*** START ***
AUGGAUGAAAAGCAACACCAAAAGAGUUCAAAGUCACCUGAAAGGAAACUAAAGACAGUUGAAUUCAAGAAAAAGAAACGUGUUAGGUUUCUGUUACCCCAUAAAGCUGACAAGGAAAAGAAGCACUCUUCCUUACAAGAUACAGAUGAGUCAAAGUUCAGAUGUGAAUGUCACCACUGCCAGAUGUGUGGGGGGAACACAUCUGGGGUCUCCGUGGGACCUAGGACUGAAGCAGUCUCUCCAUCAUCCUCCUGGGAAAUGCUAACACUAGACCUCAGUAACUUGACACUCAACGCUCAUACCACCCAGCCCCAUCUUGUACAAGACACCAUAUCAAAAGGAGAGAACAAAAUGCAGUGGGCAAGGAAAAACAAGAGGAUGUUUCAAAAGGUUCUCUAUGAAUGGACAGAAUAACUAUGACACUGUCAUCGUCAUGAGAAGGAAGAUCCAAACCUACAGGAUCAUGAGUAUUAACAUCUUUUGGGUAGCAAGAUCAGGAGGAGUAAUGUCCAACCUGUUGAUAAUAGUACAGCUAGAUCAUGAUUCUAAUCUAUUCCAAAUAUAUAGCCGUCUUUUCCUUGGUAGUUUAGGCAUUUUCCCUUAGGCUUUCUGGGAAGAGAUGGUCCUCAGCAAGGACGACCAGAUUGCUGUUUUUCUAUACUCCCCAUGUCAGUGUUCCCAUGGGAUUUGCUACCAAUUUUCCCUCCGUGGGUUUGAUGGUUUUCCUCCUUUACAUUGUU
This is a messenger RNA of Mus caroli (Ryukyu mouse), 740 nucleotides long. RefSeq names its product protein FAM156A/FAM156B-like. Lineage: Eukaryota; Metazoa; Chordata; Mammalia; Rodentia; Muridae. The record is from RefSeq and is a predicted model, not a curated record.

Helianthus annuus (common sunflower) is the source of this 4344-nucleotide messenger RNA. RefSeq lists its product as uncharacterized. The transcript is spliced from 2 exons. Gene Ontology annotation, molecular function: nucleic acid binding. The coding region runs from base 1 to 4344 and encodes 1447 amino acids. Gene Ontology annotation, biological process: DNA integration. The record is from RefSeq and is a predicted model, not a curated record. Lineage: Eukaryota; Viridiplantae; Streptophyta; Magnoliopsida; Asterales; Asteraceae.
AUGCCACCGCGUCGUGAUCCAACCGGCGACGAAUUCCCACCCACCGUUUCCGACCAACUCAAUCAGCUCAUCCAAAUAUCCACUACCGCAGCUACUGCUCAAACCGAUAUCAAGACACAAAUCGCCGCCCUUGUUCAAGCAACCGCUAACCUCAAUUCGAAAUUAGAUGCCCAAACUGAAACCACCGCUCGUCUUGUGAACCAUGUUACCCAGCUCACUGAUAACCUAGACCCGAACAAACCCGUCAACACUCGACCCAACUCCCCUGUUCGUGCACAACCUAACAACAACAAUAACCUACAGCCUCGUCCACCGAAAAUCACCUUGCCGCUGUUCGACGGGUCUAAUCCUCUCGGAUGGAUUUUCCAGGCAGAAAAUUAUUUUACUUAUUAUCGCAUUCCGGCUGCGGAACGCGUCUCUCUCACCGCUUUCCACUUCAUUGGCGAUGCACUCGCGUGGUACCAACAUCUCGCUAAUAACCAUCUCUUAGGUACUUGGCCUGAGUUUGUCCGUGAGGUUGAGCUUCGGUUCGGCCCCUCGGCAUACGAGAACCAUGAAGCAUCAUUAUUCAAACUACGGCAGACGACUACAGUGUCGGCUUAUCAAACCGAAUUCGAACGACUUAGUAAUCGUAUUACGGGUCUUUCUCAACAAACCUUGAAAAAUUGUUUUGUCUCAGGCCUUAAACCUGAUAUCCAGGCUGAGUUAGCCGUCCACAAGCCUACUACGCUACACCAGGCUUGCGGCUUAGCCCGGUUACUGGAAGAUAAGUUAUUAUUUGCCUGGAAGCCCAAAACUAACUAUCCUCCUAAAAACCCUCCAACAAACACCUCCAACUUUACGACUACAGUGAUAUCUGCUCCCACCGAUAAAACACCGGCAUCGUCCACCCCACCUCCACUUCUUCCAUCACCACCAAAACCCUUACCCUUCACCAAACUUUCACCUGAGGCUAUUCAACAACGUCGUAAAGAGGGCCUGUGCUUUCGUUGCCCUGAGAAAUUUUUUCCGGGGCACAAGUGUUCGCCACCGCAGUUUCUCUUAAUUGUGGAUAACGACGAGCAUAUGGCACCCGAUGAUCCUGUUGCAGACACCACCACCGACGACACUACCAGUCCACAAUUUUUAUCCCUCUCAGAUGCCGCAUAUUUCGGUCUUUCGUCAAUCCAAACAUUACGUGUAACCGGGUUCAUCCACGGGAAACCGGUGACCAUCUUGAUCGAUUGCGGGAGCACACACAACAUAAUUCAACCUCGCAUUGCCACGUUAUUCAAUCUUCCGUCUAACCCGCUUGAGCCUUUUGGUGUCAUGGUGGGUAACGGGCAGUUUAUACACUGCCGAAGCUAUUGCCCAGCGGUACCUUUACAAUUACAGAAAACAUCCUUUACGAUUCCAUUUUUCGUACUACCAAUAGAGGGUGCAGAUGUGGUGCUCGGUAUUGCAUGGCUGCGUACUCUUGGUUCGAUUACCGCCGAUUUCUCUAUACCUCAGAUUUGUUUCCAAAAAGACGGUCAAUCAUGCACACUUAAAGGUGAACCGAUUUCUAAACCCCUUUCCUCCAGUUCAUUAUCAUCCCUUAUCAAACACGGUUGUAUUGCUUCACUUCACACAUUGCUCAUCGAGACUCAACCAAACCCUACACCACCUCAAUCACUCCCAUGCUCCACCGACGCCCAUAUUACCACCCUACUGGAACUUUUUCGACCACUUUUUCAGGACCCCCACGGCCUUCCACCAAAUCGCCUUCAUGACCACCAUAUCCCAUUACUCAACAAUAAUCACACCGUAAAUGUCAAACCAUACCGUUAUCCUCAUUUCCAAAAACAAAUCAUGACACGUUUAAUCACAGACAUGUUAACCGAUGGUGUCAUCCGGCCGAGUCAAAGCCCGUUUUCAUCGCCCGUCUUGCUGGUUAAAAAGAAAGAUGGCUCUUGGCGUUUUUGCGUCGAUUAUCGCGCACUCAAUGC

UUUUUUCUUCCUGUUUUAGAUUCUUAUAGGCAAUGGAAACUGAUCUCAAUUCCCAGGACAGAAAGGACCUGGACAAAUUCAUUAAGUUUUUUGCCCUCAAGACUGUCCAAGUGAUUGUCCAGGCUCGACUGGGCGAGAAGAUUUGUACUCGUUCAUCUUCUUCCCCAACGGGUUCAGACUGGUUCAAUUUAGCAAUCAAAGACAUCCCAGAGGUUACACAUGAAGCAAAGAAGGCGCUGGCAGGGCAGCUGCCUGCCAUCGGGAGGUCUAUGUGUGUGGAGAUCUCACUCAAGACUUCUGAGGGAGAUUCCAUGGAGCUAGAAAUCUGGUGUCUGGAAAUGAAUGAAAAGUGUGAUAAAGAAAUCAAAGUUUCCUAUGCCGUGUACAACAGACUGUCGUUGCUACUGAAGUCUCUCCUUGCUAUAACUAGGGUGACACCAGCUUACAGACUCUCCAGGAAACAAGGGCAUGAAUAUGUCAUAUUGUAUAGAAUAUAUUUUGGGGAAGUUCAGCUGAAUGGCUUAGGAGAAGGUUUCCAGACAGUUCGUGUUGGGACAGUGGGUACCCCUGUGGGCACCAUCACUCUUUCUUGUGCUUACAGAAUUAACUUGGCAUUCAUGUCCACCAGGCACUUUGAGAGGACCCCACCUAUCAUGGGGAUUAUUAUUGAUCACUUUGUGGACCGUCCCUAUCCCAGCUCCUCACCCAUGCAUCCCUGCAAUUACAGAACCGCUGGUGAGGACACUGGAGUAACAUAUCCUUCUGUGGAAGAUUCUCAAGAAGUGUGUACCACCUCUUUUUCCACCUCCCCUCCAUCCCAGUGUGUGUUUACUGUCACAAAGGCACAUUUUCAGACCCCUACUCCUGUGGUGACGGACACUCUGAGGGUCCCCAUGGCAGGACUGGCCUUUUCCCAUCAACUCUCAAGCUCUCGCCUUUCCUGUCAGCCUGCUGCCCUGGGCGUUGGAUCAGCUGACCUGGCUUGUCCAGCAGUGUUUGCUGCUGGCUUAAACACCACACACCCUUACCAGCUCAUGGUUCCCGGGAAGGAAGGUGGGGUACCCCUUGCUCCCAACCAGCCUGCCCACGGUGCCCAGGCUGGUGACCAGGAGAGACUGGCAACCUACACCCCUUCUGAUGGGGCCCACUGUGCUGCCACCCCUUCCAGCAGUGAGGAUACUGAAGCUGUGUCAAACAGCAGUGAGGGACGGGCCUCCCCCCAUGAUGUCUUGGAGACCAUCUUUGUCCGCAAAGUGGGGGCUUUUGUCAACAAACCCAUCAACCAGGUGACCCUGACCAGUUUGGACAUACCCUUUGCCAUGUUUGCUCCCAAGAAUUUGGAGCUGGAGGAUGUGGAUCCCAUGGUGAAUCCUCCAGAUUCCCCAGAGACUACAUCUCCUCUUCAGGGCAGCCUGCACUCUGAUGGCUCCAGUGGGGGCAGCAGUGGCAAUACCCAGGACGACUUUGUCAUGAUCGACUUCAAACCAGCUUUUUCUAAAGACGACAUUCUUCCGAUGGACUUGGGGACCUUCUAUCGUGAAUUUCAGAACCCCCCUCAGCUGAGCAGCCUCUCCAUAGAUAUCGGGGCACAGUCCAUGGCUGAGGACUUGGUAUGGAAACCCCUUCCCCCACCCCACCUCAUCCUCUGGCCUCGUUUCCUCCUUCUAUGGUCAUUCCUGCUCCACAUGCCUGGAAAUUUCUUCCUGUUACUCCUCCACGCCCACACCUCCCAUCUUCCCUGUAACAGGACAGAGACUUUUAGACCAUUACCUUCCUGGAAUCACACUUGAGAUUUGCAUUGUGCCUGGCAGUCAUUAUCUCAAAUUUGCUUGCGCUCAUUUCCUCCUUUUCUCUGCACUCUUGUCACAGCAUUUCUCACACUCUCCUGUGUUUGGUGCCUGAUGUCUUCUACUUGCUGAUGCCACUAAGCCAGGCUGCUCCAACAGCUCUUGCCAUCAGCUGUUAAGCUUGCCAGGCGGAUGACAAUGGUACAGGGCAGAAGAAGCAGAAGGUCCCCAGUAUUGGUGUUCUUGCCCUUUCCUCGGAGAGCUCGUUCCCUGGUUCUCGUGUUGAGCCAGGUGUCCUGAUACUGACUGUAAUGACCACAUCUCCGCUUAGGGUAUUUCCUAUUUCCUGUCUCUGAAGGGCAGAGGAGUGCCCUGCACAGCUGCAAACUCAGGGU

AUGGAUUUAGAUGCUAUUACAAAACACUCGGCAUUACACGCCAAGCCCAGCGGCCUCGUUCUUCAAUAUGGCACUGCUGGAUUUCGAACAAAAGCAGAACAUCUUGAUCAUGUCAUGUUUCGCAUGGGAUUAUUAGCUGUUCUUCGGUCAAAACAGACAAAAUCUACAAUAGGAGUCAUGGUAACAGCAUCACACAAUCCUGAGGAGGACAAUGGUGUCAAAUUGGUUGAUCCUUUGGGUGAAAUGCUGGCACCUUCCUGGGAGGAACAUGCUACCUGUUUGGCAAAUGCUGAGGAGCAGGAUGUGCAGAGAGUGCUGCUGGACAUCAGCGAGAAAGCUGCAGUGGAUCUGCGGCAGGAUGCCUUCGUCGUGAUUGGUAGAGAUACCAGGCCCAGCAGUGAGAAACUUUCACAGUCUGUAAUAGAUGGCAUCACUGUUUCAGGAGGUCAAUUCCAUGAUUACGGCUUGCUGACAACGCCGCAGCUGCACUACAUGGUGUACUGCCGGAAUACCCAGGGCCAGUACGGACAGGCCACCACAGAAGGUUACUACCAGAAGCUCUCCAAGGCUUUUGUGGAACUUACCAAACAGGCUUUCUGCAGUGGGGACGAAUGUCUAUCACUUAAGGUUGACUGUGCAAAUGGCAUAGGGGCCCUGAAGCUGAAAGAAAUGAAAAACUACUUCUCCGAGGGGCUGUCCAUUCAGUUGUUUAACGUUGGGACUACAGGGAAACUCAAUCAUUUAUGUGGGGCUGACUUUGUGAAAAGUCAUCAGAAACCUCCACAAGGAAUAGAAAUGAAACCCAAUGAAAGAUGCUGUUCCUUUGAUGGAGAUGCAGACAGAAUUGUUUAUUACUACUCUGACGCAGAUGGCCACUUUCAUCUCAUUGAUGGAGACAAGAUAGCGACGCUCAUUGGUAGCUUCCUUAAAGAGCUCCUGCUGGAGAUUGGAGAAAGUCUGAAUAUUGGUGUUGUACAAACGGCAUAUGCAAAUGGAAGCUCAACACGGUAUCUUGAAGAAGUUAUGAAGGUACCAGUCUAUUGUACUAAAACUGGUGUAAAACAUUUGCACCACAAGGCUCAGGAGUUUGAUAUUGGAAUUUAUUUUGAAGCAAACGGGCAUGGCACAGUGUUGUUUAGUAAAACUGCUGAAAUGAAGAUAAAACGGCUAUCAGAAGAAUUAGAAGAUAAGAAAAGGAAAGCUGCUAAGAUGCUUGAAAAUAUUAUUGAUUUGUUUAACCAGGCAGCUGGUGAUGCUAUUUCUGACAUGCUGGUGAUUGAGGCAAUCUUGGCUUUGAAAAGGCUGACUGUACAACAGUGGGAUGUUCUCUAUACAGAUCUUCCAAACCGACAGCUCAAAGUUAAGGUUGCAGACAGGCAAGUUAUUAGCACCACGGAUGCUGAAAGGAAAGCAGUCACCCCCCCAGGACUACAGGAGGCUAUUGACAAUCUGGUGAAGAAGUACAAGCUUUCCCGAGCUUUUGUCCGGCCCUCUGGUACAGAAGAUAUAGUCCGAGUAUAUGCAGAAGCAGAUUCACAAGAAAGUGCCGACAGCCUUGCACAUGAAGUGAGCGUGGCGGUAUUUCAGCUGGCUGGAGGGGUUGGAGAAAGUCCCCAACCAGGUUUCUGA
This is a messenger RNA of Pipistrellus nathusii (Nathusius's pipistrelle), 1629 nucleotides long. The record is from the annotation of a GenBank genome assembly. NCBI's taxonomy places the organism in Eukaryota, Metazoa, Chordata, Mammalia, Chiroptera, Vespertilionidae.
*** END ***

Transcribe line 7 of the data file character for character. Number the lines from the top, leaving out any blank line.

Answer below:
This is a messenger RNA of Pipistrellus nathusii (Nathusius's pipistrelle), 1629 nucleotides long. The record is from the annotation of a GenBank genome assembly. NCBI's taxonomy places the organism in Eukaryota, Metazoa, Chordata, Mammalia, Chiroptera, Vespertilionidae.